A conviction for a violent crime like murder or assault could have serious legal implications. If you are charged with a violent crime, it is in your best interest that you take action to defend yourself and avoid the harsh penalties that may come with a conviction.
Depending on the facts surrounding your case, one of the defense options you can consider when charged with a violent crime is self-defense. Generally, Tennessee’s self-defense doctrine can be broken down into the following components:
The alleged victim was committing a crime
Tennessee statute allows individuals to invoke a self-defense strategy when responding to illegal activity. For instance, you can claim self-defense if you use force to stop another person from robbing you. You can also claim self-defense if you use force to stop a perpetrator from hurting someone else. For instance, you can use proportionate force to stop an individual from committing rape.
You must have been somewhere legally
The law empowers you to stand your ground if you are at the right place at the right time. This can include your business premises, home, car or any other public place that you have the right to access. Thus, you may argue self-defense if you use force to fight off an intrusion or attack at any of these places.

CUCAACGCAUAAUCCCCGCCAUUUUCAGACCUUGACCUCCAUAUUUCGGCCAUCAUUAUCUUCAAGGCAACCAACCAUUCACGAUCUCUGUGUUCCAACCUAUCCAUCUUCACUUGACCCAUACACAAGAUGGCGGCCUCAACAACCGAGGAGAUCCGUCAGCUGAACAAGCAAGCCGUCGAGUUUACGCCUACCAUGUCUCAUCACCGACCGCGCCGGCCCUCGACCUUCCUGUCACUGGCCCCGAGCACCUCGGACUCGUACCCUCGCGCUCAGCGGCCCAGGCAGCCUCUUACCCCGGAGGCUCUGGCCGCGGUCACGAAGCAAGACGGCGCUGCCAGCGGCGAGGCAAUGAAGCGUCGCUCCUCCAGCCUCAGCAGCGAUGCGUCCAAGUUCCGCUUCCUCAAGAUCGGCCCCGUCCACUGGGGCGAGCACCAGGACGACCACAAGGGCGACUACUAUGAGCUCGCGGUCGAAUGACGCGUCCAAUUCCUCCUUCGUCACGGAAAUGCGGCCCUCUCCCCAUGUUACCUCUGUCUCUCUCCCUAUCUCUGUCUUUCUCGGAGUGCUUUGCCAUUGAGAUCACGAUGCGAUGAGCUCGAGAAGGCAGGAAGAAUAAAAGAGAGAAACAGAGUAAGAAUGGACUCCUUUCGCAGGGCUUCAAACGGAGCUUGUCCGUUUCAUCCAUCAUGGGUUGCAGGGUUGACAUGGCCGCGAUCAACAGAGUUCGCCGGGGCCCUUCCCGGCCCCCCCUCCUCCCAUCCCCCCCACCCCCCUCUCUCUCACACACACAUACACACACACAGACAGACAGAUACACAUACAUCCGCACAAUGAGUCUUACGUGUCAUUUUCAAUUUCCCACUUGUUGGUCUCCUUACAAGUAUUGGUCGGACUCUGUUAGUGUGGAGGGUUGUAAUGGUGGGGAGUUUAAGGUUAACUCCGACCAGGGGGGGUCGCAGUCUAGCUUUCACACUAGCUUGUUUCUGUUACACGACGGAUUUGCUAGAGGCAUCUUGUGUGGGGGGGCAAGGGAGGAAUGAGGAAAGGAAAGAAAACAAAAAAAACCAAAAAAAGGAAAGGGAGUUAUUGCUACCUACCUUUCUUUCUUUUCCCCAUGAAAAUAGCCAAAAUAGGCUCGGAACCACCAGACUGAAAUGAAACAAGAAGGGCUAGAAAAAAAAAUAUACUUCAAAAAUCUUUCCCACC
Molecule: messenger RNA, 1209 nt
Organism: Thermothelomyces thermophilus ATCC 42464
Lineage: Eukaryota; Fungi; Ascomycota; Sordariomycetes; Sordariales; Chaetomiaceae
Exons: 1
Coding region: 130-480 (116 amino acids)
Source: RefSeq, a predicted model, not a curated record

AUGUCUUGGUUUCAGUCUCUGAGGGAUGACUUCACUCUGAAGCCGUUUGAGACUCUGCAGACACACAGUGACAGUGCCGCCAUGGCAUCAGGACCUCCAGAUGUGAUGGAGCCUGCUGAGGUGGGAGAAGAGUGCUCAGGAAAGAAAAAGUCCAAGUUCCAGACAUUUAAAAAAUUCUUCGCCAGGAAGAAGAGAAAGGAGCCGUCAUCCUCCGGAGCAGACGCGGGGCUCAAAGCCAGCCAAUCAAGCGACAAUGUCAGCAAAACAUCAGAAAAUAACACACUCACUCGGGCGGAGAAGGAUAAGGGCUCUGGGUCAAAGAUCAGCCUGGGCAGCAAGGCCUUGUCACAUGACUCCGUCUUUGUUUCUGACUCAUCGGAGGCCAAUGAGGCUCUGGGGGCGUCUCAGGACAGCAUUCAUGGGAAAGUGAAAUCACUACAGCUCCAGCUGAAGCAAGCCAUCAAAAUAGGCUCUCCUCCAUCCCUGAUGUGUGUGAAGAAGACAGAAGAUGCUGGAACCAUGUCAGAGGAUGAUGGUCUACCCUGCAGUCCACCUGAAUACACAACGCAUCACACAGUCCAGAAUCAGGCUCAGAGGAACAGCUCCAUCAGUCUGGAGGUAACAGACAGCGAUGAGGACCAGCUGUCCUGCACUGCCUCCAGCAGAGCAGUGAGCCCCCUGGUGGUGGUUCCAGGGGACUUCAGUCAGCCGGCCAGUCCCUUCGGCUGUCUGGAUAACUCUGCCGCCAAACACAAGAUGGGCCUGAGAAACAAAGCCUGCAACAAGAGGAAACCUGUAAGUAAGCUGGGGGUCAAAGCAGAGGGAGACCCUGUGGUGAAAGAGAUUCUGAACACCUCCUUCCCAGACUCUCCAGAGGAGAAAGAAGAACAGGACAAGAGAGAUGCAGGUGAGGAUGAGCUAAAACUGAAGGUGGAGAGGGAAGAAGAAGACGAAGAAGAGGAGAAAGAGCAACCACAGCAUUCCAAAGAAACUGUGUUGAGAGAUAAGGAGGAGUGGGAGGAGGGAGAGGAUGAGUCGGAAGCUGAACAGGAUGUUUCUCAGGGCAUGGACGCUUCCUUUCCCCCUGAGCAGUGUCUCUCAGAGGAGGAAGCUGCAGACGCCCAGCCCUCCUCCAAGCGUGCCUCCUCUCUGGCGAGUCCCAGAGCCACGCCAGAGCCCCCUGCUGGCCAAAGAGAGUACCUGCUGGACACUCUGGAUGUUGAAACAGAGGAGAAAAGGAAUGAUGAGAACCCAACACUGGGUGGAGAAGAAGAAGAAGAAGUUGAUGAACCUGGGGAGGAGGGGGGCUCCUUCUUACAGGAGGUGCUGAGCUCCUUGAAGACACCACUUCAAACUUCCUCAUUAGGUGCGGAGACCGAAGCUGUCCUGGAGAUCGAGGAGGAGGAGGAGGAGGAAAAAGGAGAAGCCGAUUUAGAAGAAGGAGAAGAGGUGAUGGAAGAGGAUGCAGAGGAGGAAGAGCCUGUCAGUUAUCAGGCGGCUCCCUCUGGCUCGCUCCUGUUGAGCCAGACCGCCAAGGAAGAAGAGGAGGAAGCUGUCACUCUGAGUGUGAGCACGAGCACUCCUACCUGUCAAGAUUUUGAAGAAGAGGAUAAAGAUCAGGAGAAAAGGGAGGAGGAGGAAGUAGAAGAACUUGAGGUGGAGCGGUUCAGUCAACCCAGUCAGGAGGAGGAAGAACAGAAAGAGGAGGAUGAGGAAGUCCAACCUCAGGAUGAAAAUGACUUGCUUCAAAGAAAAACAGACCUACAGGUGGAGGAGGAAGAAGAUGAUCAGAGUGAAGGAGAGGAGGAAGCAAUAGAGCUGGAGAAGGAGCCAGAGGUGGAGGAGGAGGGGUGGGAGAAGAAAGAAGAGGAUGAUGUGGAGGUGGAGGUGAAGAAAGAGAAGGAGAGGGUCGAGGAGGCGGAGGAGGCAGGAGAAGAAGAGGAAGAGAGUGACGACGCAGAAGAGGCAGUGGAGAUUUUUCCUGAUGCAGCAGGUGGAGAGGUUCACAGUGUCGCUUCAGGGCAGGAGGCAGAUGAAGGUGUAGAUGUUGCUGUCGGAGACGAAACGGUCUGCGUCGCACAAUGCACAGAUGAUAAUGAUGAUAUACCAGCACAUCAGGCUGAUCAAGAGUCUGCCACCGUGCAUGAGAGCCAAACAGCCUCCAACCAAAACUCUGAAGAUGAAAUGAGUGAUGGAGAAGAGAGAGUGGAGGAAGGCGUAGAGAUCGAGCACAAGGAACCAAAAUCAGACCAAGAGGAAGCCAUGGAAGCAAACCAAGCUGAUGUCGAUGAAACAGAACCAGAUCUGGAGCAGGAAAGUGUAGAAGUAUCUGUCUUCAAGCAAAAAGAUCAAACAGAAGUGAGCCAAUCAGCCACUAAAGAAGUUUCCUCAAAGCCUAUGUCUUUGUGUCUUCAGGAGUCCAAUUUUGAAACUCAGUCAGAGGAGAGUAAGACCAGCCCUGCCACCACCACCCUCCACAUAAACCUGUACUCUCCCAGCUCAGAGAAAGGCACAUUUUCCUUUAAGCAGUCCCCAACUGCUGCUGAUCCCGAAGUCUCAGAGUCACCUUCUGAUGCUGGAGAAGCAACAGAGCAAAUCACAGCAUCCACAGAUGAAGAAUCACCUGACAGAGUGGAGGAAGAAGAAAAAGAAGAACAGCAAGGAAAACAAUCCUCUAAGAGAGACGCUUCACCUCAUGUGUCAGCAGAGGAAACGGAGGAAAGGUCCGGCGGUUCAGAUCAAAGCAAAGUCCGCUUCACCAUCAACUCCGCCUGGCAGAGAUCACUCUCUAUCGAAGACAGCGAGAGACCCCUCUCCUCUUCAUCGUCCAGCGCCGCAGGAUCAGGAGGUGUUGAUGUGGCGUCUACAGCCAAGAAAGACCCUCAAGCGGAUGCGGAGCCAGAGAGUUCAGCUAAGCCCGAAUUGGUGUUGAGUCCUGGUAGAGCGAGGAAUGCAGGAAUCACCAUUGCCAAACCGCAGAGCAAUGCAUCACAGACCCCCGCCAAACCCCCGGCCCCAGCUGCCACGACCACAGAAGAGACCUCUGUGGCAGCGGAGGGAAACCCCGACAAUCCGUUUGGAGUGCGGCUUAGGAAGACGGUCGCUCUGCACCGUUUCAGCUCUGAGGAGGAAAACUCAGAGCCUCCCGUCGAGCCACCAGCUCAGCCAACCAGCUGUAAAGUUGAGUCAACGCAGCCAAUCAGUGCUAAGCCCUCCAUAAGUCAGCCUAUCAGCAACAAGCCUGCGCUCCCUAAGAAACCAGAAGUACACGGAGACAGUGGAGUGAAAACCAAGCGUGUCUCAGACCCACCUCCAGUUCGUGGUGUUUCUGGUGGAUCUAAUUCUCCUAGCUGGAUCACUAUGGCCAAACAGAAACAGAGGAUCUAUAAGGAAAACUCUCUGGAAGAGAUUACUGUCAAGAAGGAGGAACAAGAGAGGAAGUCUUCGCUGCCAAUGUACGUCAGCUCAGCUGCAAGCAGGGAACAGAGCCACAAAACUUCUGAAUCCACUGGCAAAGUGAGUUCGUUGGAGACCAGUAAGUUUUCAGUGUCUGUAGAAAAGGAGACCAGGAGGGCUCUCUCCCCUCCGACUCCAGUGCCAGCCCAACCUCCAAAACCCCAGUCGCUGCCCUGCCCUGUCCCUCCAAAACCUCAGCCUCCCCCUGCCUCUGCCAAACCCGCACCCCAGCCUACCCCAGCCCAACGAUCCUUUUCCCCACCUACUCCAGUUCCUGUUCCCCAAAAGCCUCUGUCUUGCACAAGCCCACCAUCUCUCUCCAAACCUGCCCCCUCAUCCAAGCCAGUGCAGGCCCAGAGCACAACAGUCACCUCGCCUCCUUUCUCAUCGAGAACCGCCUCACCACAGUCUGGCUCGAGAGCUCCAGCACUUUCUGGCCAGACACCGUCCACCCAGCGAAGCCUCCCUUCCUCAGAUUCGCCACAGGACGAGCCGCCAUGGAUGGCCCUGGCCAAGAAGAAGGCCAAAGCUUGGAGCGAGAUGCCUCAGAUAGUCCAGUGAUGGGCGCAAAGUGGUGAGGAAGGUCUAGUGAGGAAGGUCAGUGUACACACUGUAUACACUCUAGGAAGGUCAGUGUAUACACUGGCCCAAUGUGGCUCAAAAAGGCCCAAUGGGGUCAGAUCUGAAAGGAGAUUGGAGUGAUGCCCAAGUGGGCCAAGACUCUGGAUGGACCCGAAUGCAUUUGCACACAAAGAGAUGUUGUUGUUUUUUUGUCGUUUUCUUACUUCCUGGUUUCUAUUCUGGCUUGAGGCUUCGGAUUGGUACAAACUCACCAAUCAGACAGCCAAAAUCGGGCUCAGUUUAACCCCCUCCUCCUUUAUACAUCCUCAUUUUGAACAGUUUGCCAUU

There has to be a reasonable belief that you faced imminent danger
There has to be a reasonable belief that you are about to suffer bodily harm due to the victim’s actions. For instance, you may argue that the alleged victim was in the process of drawing their weapon or using excessive force against you and that this prompted you to act fast to safeguard your life or someone else’s. Additionally, the danger must be real and you must use proportionate force to counter it.
If you are charged with a violent crime like murder or any form of assault, you need to explore your defense options in order to safeguard your rights and interests.